Peace Campaigner, Maya Evans stands talking with a Colchester man about the war in Afghanistan while he reads a leaflet she has given him.

Peace Campaigner, Maya Evans stands talking with a Colchester man about the war in Afghanistan while he reads a leaflet she has given him.

The Peace Walkers gather around the Colchester War Memorial and hold a naming of the dead ceremony with other local anti-war groups.

The Peace Walkers gather around the Colchester War Memorial and hold a naming of the dead ceremony with other local anti-war groups.

Alice, one of the walkers who originally gathered in London before beginning the walk, and who has now completed almost 80 miles by the pedometer, bows her head as the names of British service personnel are read out alongside those Afghanis killed during the occupation.

Alice, one of the walkers who originally gathered in London before beginning the walk, and who has now completed almost 80 miles by the pedometer, bows her head as the names of British service personnel are read out alongside those Afghanis killed during the occupation.

The walk heads out of Colchester center and toward the south later arriving at the Berechurch Hall Camp, home to the Military Correction Training Facility where Lance Corporal Joe Glenton is currently serving a corrective sentence for refusing to serve in Afghanistan.

The walk heads out of Colchester center and toward the south later arriving at the Berechurch Hall Camp, home to the Military Correction Training Facility where Lance Corporal Joe Glenton is currently serving a corrective sentence for refusing to serve in Afghanistan.

Malcolm Pittock is invited to speak and outlines the fundamentally undemocratic nature of the army, and its role in informing the British people about deployments it is called to undertake. Throughout the wars in both Iraq and Afghanistan, senior military commanders have continually given interviews and statements to the media in order to underpin and shore up public opinion over the conflicts, a practice fundamentally unsound in any democracy, and persistently ineffectual in the United Kingdom.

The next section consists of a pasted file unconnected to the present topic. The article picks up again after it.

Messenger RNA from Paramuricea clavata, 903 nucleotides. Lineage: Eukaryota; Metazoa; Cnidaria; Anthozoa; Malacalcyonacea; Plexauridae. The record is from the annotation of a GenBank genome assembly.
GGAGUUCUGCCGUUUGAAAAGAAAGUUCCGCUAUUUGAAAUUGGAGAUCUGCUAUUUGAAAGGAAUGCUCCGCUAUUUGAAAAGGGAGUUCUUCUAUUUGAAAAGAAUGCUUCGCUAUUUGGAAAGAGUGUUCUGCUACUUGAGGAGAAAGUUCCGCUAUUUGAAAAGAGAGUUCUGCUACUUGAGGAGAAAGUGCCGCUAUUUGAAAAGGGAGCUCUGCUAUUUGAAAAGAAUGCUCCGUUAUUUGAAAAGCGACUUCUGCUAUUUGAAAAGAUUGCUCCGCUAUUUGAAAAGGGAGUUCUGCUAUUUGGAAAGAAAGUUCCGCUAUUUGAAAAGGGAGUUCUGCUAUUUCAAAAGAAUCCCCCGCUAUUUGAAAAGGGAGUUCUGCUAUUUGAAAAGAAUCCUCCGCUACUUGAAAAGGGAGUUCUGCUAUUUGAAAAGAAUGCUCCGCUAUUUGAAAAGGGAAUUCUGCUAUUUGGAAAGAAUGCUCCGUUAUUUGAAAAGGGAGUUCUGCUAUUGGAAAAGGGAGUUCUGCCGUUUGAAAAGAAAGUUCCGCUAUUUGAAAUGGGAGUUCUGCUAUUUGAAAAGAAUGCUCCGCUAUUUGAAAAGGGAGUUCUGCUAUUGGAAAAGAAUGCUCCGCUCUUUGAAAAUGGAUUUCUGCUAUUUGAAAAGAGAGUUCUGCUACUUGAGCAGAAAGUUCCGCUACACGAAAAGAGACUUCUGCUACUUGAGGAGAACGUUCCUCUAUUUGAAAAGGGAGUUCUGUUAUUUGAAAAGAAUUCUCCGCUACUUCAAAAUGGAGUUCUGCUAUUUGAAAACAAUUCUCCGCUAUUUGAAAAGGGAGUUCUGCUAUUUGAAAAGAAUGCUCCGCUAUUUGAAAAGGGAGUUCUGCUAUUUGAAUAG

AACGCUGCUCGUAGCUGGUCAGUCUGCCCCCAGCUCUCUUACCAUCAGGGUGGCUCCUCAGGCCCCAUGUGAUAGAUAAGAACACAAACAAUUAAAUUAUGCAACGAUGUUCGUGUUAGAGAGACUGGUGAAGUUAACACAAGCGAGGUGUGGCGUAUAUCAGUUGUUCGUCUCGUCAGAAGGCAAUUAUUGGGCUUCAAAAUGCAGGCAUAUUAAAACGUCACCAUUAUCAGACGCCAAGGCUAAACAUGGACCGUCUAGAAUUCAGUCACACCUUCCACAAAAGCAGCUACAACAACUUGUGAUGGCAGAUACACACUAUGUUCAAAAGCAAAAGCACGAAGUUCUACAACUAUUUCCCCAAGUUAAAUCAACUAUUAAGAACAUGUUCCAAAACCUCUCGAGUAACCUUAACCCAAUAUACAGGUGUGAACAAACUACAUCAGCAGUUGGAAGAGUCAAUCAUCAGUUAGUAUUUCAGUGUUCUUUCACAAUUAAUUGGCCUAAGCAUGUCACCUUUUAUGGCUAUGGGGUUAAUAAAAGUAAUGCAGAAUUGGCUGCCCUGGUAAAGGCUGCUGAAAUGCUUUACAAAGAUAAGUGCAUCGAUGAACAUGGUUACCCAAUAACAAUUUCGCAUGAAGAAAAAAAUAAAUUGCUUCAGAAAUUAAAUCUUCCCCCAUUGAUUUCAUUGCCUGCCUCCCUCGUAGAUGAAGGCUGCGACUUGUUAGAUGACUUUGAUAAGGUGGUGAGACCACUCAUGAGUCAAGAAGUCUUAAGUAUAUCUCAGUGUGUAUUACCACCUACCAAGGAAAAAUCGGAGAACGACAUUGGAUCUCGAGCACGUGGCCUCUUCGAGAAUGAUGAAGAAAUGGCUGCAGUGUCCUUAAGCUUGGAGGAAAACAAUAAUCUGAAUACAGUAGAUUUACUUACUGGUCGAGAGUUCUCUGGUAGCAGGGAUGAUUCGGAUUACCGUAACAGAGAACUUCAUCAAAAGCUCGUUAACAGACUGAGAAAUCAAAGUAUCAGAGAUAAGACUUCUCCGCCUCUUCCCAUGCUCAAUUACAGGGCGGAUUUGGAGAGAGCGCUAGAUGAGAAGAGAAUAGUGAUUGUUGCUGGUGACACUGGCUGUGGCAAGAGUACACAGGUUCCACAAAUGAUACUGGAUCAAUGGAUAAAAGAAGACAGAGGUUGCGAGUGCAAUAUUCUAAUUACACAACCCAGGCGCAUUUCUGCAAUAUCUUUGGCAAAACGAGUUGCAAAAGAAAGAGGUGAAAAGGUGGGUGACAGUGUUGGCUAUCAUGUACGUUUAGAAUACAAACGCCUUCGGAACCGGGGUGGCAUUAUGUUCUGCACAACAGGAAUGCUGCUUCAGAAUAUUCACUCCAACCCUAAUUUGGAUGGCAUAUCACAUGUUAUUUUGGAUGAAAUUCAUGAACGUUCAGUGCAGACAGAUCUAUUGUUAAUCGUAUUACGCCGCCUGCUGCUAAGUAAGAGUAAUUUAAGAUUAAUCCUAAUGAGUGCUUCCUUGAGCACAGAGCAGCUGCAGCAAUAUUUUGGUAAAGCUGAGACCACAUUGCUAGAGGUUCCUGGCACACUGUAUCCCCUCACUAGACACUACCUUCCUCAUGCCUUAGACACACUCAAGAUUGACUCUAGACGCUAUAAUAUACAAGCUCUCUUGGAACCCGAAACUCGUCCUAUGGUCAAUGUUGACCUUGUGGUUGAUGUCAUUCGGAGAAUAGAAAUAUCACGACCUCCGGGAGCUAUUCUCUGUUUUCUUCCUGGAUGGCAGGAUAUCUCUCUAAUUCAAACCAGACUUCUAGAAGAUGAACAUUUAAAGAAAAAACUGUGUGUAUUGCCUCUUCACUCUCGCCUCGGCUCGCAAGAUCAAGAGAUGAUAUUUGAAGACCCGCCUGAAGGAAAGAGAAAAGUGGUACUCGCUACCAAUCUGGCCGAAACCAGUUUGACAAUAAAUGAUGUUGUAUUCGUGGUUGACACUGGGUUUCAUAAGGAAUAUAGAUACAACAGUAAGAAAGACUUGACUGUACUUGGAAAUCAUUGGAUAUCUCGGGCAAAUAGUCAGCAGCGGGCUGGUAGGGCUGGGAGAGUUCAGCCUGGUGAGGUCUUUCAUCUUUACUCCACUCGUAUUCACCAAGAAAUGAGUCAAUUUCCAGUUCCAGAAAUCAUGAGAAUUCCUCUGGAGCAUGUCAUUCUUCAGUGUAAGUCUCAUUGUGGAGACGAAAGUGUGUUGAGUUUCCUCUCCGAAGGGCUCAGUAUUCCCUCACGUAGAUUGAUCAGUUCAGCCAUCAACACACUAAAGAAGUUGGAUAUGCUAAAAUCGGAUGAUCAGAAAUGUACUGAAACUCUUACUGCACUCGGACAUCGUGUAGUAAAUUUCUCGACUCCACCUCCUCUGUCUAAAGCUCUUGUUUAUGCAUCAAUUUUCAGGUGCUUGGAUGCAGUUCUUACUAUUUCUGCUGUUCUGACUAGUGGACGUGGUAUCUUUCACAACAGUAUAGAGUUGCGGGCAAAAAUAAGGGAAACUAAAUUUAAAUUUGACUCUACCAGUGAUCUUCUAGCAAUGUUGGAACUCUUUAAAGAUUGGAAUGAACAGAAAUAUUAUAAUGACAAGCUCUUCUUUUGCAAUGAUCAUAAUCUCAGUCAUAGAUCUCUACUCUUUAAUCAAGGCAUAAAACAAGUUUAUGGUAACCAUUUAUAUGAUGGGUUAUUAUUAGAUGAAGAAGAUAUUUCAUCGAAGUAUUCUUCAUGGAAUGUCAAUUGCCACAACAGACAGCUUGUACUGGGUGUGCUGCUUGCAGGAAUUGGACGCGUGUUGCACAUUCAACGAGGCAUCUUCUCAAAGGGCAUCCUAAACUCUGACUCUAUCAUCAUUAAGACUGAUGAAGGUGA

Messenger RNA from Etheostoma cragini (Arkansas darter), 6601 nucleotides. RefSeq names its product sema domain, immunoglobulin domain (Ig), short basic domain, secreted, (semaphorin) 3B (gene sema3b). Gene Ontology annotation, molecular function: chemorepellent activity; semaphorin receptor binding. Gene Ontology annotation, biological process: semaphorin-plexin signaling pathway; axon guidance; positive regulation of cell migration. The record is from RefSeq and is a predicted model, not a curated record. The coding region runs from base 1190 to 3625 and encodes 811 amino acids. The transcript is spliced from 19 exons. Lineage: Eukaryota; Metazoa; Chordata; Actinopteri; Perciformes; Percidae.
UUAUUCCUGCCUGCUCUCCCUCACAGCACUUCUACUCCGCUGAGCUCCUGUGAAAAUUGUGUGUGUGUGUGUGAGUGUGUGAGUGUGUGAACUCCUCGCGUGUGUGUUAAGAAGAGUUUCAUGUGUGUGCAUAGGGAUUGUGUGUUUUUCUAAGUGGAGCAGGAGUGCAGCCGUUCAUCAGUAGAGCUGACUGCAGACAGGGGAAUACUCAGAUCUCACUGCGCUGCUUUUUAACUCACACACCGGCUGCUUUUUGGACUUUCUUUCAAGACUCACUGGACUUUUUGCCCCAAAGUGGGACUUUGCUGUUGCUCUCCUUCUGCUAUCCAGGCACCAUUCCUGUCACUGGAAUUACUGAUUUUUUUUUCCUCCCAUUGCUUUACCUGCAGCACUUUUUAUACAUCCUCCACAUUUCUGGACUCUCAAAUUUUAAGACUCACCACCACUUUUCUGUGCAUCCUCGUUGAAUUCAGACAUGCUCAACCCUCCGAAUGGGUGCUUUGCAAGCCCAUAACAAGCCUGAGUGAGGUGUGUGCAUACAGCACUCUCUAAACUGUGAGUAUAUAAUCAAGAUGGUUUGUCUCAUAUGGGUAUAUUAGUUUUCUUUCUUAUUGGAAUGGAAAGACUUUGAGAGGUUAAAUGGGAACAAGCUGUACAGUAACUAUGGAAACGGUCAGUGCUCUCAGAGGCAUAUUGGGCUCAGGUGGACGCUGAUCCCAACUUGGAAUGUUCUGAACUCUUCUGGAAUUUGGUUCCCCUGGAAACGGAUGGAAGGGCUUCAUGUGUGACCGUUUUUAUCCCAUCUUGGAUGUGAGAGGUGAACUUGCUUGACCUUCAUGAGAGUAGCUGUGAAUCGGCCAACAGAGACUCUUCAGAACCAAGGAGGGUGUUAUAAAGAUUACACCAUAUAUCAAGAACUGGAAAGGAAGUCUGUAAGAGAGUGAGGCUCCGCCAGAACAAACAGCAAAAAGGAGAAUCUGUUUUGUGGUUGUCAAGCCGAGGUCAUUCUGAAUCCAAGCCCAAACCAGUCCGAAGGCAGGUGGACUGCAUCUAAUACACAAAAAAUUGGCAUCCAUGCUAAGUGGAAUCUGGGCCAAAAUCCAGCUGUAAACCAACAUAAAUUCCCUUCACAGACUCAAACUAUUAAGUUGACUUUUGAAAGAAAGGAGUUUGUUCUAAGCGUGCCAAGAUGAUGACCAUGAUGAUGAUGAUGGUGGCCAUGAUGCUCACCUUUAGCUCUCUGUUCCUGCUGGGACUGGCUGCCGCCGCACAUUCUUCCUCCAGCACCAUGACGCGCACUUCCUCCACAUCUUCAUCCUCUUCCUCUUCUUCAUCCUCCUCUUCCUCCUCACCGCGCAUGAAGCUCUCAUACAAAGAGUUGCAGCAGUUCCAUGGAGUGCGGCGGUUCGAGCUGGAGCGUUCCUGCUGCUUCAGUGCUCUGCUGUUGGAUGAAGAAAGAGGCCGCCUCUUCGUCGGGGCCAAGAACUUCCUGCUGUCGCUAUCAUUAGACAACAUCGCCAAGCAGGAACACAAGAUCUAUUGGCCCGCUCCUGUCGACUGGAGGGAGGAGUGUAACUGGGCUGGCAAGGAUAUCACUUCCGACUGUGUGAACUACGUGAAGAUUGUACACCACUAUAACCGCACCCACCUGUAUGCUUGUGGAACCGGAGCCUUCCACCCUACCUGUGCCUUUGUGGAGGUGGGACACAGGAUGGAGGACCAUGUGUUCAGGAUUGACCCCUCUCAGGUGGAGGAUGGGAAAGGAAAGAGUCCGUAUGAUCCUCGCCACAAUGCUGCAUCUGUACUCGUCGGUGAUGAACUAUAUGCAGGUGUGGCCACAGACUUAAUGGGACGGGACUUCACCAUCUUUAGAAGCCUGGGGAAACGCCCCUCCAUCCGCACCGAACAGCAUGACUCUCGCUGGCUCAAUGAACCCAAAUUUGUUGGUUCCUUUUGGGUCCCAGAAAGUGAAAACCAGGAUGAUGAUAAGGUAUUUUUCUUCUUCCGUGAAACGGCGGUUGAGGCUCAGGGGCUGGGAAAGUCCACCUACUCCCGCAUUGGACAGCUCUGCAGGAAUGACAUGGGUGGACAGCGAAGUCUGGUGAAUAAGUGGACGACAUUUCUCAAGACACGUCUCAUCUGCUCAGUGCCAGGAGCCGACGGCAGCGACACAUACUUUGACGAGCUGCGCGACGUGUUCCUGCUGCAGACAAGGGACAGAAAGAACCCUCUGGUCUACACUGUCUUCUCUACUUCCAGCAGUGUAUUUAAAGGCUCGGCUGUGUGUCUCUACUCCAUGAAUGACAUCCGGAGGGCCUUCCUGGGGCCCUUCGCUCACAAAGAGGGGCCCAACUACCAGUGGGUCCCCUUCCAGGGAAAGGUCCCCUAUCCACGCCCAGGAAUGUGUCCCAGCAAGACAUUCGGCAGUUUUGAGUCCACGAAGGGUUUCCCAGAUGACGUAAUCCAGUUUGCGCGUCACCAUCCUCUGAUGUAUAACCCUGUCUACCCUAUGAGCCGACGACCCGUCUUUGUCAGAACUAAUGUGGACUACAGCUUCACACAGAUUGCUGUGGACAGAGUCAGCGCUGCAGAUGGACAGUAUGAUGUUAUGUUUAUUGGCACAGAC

Malcolm Pittock is invited to speak and outlines the fundamentally undemocratic nature of the army, and its role in informing the British people about deployments it is called to undertake. Throughout the wars in both Iraq and Afghanistan, senior military commanders have continually given interviews and statements to the media in order to underpin and shore up public opinion over the conflicts, a practice fundamentally unsound in any democracy, and persistently ineffectual in the United Kingdom.

The walk ends after almost 80miles, the revealing of endemic opposition to the war, and outside the gates of the camp that is holding a war resister, who by a single act of defiance, has done more to represent the British people than the entire combined weight of the British Government and its primary sidekick, a mindless and habitually under performing British media.

The walk ends after almost 80miles, the revealing of endemic opposition to the war, and outside the gates of the camp that is holding a war resister, who by a single act of defiance, has done more to represent the British people than the entire combined weight of the British Government and its primary sidekick, a mindless and habitually under performing British media.